V-cs split on way forward for applications

December 2, 2005

Vice-chancellors are at loggerheads over government proposals to reform the university admissions system, it emerged this week.

Members of Campaigning for Mainstream Universities (CMU) have condemned what they see as an attempt by heads of old universities and civil servants to preserve "elitist" elements of the current admissions process, rather than moving swiftly to a "full-blown" system of post-qualification applications.

Meanwhile, the Russell Group and the 1994 Group of vice-chancellors have questioned the need for radical changes, arguing for relatively minor modifications to the present system, which would leave A-level grade predictions and conditional offers in place.

The conflict is likely to prove difficult to resolve for Universities UK, which has declined to comment as it prepares its own submission to a government consultation paper, for which the deadline for responses is next Wednesday.

The Government's proposals offer two options for a PQA system that would be introduced from 2008.

The first would bring in three time-limited application rounds that would follow A-level results, while the second would involve a two-phase process that would require universities to reserve about 15 per cent of places until exam results had been published.

The CMU, which has yet to make a formal response to the consultation, this week told The Times Higher that it was fundamentally opposed both to the Government's and to the Russell Group and the 1994 Group's suggestions.

Pam Tatlow, its chief executive, said that both sets of proposals amounted to "moving a small number of students around the system" rather than widening access to higher education.

"The proposals reflect the interests of a small group of elitist institutions, and they rely on assumptions about a hierarchy of institutions and gearing the whole system to 18-year-old applicants.

"The reality is that what is on the table does not actually take PQA very far forward," she said.

A joint response paper from the Russell and 1994 groups argues that the scale of the problem that PQA is meant to resolve is "modest", and that radical reforms are therefore not required.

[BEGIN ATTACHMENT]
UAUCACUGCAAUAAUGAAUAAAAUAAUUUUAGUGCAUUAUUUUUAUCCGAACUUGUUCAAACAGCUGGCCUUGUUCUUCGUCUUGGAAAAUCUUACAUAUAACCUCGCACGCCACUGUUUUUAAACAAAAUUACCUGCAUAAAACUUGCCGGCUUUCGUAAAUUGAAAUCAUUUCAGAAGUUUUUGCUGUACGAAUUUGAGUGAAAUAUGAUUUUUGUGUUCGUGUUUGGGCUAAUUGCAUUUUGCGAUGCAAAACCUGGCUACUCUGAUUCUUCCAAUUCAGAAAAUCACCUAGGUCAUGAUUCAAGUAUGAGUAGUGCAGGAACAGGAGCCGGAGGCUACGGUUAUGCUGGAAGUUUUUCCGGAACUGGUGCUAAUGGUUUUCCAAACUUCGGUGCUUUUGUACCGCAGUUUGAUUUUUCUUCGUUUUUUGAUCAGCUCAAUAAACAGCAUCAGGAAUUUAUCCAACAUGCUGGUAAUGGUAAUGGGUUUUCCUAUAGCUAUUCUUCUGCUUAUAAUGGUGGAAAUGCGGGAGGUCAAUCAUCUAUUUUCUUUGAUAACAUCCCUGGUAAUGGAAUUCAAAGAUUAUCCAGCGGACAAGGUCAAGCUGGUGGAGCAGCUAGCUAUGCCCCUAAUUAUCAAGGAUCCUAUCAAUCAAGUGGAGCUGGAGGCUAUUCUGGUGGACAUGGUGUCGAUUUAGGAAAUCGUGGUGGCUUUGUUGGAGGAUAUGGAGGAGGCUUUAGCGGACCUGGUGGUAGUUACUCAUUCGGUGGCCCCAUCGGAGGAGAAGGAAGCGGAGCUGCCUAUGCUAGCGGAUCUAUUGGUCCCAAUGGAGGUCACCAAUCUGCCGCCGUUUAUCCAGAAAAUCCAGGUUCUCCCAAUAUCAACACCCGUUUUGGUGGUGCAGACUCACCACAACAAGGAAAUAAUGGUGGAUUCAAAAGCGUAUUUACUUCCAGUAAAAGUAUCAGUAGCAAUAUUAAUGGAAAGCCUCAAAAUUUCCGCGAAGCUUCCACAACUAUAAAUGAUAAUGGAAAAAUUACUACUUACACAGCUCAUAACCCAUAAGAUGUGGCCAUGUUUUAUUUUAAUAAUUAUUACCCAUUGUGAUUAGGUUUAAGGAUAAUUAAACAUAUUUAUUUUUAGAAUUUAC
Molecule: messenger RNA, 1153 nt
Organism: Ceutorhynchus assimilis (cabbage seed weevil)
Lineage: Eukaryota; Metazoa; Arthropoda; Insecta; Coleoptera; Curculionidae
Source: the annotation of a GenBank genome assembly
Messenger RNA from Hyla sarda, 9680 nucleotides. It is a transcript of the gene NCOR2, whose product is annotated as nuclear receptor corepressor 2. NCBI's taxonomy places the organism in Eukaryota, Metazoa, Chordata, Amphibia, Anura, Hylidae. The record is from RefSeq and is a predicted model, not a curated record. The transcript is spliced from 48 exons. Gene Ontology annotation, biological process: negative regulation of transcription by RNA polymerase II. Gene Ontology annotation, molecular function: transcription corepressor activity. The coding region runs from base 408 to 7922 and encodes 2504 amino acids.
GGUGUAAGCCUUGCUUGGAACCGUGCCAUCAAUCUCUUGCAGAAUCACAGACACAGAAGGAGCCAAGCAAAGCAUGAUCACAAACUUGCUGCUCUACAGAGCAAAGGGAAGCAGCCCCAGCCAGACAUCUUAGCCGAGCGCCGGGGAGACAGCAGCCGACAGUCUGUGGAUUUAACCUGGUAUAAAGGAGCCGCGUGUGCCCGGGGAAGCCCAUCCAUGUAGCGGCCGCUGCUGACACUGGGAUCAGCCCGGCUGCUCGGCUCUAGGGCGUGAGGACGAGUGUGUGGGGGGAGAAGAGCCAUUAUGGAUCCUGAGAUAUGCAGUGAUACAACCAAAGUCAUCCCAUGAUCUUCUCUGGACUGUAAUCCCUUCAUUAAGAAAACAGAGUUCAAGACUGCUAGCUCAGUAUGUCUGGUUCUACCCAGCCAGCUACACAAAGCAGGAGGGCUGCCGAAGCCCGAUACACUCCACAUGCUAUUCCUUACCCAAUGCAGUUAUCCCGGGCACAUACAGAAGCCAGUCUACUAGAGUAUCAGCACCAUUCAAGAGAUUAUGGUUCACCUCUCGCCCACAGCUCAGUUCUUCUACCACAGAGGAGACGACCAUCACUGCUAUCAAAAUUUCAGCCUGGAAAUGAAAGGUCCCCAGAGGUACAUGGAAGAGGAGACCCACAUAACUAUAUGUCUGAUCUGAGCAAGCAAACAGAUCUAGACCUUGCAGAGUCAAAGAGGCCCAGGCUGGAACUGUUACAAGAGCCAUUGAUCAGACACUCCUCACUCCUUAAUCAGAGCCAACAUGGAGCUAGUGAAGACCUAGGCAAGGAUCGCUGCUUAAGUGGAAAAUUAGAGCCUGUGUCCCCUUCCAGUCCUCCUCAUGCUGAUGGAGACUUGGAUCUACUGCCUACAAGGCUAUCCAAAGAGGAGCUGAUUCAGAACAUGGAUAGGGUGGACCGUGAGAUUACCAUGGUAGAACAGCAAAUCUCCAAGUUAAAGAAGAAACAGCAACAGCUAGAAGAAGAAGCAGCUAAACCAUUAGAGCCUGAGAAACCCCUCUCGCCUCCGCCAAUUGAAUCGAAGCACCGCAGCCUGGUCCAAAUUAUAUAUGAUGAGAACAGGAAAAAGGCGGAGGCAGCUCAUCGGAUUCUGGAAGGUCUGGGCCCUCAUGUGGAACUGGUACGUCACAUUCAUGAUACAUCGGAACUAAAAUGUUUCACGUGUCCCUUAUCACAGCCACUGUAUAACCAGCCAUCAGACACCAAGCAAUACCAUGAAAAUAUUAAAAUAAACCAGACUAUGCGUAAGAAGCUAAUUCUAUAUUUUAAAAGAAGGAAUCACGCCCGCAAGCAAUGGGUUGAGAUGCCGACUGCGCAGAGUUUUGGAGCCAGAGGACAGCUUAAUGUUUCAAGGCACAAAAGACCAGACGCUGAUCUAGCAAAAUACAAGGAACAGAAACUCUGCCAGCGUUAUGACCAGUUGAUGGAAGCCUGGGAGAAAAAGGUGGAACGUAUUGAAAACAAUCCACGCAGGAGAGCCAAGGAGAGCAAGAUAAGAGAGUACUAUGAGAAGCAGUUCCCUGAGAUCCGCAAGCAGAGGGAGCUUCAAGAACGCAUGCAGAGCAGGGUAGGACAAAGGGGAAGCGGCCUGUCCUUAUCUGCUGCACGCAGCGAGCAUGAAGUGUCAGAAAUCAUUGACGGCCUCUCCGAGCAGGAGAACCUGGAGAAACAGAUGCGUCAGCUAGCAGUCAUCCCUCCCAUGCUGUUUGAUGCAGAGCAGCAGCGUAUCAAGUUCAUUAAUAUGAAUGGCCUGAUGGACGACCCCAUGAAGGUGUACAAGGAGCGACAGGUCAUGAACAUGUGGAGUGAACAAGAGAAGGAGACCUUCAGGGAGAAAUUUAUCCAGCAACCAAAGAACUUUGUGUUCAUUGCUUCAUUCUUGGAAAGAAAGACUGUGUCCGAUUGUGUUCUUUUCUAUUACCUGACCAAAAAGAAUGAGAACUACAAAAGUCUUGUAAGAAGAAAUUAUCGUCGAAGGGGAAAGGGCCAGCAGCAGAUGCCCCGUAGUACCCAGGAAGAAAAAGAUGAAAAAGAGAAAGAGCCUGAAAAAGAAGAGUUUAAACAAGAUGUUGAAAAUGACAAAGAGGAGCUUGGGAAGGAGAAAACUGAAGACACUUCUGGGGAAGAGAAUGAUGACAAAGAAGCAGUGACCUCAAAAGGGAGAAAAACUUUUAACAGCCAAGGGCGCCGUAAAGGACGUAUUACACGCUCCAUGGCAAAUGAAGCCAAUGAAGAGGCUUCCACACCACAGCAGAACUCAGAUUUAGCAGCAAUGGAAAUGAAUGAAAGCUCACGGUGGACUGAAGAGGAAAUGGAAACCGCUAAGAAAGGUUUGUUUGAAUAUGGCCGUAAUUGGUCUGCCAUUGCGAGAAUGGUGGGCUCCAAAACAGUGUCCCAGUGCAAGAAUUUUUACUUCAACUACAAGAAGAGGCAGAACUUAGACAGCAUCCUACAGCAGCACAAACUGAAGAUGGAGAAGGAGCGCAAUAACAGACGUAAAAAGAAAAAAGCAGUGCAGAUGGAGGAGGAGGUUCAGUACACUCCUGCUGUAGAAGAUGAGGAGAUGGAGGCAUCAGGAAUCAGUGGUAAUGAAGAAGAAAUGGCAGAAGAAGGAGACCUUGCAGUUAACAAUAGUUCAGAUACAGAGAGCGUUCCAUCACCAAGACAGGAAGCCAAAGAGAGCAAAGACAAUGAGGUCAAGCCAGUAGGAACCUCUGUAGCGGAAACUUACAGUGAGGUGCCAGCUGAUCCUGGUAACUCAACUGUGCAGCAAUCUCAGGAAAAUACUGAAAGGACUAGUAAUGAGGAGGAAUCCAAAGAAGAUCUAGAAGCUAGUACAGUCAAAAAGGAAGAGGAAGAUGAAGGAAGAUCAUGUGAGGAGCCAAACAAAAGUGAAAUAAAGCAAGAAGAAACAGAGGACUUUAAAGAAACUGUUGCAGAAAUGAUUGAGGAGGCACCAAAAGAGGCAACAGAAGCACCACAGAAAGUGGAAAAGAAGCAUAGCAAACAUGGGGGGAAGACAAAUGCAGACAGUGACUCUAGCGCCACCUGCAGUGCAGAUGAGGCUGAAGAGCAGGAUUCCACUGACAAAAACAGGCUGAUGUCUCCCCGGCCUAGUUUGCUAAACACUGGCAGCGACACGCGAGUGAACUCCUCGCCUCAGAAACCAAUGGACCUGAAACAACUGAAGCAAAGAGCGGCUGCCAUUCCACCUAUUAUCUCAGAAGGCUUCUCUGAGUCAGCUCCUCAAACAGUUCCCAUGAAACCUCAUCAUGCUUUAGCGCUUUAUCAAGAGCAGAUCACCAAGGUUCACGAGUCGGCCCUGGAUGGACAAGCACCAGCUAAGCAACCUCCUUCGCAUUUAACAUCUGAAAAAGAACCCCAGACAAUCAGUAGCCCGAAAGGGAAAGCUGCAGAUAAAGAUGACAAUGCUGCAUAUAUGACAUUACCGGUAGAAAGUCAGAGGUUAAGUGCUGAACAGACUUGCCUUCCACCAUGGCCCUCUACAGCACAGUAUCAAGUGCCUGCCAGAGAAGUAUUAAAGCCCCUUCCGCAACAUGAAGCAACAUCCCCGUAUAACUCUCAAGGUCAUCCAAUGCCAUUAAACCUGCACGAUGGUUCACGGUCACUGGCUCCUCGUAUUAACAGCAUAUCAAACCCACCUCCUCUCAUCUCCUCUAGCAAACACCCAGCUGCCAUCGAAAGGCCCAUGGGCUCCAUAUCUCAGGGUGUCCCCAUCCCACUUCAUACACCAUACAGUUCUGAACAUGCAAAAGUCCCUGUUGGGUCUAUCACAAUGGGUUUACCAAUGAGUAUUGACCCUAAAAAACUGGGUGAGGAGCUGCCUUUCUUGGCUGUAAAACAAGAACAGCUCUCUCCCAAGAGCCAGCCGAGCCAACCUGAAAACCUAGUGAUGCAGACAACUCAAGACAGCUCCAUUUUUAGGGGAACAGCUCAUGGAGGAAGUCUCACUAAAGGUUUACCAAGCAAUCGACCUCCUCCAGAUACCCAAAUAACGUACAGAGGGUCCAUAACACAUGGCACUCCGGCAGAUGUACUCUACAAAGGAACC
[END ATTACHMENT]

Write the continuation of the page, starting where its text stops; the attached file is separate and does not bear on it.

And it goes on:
The groups' members are calling for a five-day "post-qualification adjustment" period before clearing, to allow applicants who have exceeded expected grades to seek to "trade up" for places at institutions with higher entrance requirements.

The Department for Education and Skills said this week that it was expecting to respond to the consultation submissions by spring.

The issues are to be considered at a Higher Education Policy Institute conference, supported by The Times Higher , that will be held in London on December 7.


Russell and 1994 Groups

  • In favour of modest changes to the system, rather than the Government's current proposals
  • Improve the quality of information to prospective students
  • Reduce the number of applications through the Universities and Colleges Admissions Service from six to four
  • Introduce a "Ucasextra" phase, allowing applicants without an offer to make rolling applications, one or two at a time
  • Maintain an earlier deadline of October 15 for applications to Oxbridge and medicine, dentistry and veterinary science courses
  • Introduce a five-day "post-qualification adjustment" period, during which candidates who exceed predicted grades can make a fresh application while holding a conditional place
  • Schools and colleges should continue to make A-level predictions
  • Once a new system has been established, the number of offers applicants are allowed to hold would be reduced to one
  • System should be reviewed again after 2010.

Campaigning for mainstream universities

  • CMU vice-chancellors reject the government proposals on the grounds that they represent a delayed and watered-down version of PQA based on the current system
  • They want instead a "full-blown" system of PQA, in which all universities would consider applications after A-level results by the same deadline
  • Students could still make expressions of interest and take part in interviews and open days in advance of results day
  • All institutions would be expected to take into accountstudents' prior achievements, as well as a broad range of qualifications, as well as the results of A levels.

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